Before the time of HDMI TVs, Chromecast or Interactive Displays, there was just the plain old chalkboard. Since then, there has been an outburst of solutions created to aid in the teaching sector. One being ‘Interactive Panels’. However, the question arises: How effective are interactive displays for learning.
Research based on children from Philadelphia, aged between 6 months and 4 years, shows that 96.6% of children had used gadgets, such as smartphones and tablets before their first birthday. And another from Common Sense Media reports that 38% of children had used a mobile device, under the age 2.
Even though it is the unsaid that a child learns best from the time spent with adults, recent evidence suggests that when given the correct media, children as young as preschoolers and young toddlers may actually learn a lot more from interactive digital media (Child Development Perspectives, a journal of the Society for Research in Child Development).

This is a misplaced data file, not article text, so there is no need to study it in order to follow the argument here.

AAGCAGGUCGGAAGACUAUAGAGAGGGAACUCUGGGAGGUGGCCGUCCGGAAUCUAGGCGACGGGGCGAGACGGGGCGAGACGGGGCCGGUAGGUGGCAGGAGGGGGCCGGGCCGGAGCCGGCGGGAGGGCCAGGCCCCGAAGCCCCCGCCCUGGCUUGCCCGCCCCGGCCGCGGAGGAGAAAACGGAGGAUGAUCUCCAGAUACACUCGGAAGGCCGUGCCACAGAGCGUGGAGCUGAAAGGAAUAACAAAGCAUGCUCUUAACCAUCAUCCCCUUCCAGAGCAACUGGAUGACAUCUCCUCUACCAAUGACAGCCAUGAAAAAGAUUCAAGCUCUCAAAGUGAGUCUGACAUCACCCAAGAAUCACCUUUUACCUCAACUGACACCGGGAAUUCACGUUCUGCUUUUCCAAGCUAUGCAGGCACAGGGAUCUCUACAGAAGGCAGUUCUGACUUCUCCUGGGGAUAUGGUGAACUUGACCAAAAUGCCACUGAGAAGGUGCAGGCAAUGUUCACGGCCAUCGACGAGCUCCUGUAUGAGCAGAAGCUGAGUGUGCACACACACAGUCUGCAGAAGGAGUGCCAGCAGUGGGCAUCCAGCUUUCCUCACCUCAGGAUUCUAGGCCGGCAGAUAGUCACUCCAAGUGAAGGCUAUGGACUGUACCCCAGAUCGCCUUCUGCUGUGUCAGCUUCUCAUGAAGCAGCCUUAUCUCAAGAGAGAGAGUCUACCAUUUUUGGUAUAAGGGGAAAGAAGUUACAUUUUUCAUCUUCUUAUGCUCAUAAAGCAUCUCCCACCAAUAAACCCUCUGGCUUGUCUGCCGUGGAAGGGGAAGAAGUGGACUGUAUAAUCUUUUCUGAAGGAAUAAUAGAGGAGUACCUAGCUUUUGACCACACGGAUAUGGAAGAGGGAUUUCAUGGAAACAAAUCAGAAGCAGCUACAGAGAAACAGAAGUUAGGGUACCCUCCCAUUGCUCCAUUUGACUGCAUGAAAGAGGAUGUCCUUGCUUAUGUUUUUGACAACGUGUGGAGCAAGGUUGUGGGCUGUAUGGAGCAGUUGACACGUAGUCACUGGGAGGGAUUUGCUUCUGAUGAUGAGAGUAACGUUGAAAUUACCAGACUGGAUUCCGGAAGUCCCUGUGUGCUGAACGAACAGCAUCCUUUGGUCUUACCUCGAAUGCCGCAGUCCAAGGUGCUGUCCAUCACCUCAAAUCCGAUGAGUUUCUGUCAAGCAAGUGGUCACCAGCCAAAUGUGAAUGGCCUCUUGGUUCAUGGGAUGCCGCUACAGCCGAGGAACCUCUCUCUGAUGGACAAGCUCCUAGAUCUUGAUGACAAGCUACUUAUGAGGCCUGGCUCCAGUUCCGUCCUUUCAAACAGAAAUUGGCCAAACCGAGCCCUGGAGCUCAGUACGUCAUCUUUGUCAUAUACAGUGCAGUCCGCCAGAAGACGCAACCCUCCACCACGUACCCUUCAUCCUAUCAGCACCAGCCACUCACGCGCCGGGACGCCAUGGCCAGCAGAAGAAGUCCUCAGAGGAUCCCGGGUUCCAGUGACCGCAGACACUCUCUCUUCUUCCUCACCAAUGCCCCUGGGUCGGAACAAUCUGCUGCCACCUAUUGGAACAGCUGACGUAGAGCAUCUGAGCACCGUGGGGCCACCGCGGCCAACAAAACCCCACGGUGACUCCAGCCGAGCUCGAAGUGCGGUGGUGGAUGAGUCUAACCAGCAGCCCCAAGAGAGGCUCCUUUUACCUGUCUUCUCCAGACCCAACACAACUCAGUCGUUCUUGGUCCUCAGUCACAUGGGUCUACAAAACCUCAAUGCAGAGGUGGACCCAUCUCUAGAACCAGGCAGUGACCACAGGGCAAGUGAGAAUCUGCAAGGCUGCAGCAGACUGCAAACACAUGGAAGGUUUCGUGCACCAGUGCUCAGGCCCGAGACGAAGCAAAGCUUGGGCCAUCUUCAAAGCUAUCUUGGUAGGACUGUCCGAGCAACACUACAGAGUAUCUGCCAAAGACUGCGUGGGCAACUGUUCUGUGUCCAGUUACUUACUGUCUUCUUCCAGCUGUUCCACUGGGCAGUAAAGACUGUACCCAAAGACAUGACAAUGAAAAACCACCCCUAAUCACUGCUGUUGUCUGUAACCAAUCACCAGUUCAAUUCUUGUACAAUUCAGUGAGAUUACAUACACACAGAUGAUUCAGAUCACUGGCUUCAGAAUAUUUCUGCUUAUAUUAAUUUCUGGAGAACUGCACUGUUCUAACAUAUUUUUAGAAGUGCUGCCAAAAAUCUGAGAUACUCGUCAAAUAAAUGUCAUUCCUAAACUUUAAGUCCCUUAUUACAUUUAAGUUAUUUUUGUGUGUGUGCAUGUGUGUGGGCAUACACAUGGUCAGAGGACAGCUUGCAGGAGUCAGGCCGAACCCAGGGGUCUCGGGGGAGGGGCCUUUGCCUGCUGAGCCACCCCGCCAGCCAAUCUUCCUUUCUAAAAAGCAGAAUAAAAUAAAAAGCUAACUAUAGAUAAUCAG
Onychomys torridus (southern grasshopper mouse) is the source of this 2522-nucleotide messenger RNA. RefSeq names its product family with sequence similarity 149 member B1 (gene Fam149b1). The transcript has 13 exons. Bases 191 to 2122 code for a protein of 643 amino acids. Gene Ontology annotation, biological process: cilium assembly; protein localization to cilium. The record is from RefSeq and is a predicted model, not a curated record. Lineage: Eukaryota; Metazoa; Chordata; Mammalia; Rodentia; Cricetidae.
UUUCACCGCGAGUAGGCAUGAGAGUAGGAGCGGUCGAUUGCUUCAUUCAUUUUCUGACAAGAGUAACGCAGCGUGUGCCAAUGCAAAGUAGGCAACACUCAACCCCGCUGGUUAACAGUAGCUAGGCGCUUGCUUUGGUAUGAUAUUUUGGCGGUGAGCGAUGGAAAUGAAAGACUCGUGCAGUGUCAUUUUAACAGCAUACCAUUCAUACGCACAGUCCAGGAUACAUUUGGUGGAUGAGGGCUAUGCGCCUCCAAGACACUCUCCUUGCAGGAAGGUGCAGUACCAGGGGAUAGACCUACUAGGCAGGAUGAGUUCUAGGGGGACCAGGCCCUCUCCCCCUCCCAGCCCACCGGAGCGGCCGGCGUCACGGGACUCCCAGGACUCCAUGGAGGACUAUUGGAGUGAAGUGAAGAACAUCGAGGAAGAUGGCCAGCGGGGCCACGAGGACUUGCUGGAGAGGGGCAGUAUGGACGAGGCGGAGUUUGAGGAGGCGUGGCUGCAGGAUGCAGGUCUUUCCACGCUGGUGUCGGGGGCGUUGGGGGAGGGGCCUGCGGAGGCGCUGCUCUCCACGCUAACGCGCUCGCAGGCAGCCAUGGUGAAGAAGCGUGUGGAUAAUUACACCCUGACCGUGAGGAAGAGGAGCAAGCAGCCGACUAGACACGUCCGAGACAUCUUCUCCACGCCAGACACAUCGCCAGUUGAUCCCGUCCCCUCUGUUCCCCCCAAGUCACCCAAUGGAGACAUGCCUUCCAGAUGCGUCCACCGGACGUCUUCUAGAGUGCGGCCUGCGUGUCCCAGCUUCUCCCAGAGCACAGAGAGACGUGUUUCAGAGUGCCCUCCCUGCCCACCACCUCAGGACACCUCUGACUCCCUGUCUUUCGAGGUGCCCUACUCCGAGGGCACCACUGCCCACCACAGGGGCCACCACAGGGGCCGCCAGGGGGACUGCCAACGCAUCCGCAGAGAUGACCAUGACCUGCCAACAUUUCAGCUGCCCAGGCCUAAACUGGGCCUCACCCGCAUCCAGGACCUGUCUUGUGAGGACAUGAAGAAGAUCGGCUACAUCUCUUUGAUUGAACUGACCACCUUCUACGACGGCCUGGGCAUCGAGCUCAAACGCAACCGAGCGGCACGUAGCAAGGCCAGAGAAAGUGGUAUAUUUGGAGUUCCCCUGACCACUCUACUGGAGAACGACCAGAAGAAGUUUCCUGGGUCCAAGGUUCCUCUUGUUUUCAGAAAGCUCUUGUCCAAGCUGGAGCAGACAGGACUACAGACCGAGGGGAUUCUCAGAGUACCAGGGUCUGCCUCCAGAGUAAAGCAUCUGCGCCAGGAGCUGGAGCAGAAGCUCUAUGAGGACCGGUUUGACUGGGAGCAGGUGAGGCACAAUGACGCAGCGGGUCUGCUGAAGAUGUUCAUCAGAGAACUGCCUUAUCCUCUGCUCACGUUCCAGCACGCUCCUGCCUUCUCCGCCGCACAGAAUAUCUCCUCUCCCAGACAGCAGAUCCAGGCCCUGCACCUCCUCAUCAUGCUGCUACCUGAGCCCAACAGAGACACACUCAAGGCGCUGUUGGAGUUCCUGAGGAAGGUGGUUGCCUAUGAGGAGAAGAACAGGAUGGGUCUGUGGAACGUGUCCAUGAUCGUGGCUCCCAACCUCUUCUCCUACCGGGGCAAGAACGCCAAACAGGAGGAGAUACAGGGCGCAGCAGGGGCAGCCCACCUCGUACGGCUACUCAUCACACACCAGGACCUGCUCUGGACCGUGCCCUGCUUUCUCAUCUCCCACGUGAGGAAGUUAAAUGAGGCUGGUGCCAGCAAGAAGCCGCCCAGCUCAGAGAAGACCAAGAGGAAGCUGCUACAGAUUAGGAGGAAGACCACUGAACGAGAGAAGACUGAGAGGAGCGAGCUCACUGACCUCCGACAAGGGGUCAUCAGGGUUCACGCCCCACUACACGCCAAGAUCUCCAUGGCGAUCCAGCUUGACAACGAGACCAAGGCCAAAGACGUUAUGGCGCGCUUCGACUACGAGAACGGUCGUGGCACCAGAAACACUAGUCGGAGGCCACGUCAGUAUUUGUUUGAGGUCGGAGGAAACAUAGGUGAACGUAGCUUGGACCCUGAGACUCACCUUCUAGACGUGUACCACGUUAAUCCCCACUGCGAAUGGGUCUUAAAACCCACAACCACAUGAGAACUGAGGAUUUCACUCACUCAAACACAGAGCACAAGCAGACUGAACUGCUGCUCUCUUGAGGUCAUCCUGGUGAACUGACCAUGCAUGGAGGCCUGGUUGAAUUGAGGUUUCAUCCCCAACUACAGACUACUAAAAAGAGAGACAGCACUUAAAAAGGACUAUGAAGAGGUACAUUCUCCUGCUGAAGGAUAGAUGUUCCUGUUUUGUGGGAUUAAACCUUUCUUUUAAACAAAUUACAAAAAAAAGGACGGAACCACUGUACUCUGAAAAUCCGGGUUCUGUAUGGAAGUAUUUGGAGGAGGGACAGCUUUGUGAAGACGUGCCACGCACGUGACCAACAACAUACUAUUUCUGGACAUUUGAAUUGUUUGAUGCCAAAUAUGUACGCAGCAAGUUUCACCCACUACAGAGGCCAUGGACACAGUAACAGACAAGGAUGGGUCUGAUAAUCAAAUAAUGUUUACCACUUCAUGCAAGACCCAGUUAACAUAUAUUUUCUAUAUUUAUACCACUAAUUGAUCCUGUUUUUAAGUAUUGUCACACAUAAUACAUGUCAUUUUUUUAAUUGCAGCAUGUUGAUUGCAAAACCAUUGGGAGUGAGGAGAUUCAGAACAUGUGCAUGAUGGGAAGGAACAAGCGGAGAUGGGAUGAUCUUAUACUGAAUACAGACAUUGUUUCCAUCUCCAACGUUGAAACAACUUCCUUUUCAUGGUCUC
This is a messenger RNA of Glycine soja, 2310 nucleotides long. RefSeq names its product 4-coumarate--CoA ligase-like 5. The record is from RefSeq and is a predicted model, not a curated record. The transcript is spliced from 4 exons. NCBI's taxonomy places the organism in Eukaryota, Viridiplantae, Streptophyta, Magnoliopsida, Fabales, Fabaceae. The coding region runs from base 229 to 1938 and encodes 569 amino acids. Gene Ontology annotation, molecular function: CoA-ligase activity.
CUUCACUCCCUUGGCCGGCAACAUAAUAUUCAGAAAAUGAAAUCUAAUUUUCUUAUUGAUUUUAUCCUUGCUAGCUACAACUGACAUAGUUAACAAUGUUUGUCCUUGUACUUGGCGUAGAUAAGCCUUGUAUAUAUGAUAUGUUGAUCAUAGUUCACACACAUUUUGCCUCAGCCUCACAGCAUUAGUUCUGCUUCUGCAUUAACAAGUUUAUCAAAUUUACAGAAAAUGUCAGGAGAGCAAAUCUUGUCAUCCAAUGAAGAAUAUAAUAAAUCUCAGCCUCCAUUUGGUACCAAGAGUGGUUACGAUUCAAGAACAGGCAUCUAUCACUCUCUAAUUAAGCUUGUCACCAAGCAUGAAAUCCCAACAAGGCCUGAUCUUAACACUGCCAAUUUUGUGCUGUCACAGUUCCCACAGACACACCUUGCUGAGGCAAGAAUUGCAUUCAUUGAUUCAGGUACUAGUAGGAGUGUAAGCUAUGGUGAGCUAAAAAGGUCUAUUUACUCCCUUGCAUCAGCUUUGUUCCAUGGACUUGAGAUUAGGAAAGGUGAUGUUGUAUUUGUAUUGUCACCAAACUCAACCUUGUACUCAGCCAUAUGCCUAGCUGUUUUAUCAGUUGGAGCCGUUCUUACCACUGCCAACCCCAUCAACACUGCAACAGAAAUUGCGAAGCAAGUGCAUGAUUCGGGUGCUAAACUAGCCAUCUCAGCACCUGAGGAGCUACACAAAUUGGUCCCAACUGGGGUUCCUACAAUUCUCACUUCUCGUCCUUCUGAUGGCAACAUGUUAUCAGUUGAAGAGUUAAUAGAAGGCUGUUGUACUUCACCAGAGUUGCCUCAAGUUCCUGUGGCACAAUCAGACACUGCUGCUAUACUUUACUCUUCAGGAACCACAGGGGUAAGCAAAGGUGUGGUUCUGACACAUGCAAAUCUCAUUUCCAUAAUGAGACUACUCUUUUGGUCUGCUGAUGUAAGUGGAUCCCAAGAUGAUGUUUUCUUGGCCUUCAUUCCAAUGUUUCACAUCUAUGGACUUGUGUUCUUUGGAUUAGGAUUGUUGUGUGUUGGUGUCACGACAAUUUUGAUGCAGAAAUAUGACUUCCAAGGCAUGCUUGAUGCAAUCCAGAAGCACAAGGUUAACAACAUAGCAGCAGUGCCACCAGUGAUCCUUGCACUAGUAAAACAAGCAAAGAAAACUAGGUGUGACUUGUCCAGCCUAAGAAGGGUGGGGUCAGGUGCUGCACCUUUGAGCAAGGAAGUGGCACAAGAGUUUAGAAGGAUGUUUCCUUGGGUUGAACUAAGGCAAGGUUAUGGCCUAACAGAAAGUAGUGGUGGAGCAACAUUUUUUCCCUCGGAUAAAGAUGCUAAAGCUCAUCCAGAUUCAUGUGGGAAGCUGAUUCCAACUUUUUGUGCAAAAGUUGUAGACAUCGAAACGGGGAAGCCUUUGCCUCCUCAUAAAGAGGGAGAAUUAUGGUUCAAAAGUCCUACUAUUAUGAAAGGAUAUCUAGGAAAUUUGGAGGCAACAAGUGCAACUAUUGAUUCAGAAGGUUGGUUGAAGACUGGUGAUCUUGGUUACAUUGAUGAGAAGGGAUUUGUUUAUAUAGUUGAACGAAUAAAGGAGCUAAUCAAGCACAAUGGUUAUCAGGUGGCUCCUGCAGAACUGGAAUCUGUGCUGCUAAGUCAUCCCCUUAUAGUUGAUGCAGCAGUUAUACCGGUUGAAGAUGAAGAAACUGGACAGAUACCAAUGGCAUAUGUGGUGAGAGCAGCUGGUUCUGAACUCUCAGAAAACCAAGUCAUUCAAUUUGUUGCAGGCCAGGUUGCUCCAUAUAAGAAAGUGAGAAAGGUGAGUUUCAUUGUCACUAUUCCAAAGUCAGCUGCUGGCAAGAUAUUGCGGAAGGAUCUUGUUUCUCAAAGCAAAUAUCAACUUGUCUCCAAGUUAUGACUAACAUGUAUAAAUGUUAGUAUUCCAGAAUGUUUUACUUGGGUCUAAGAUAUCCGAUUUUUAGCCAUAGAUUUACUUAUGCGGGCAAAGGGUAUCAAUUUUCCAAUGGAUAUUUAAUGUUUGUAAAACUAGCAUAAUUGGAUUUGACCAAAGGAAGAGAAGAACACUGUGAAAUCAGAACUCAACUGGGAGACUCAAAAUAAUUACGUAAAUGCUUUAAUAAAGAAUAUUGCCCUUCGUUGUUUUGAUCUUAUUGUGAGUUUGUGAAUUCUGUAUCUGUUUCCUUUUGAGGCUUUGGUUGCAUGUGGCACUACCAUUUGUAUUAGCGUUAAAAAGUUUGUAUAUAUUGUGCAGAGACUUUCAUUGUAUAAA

According to Heather Kirkorian, “Interactivity appears to help young children connect what they see on a screen to their experience in the world”.
“However, some types of interactivity are more beneficial than others, and optimal conditions for learning may vary considerably from person to person”.
Previously found studies already conclude that children learn more effectively when watching educational TV programs, however, the end result may not be as effective as to if a child was to actually interact with the media being shown to them. And the same can be found in older children that may struggle to learn from media when being tested on harder tasks.
This may have to do with the dimensions of a video. 2-dimensional videos can inhibit a child from visualising difficult topics like shapes and problem-solving or even fail to respond to a learner’s questions.
Applying the research that interactivity helps to boost learning, it can be said that depending on the media being shown to a child, children can actually gain more from joining in on interactive teaching resources. This is not only due to the fact that familiarity plays a part in a child’s learning but a young learner has the opportunity to receive answers to their questions while joining in on what is being taught to them.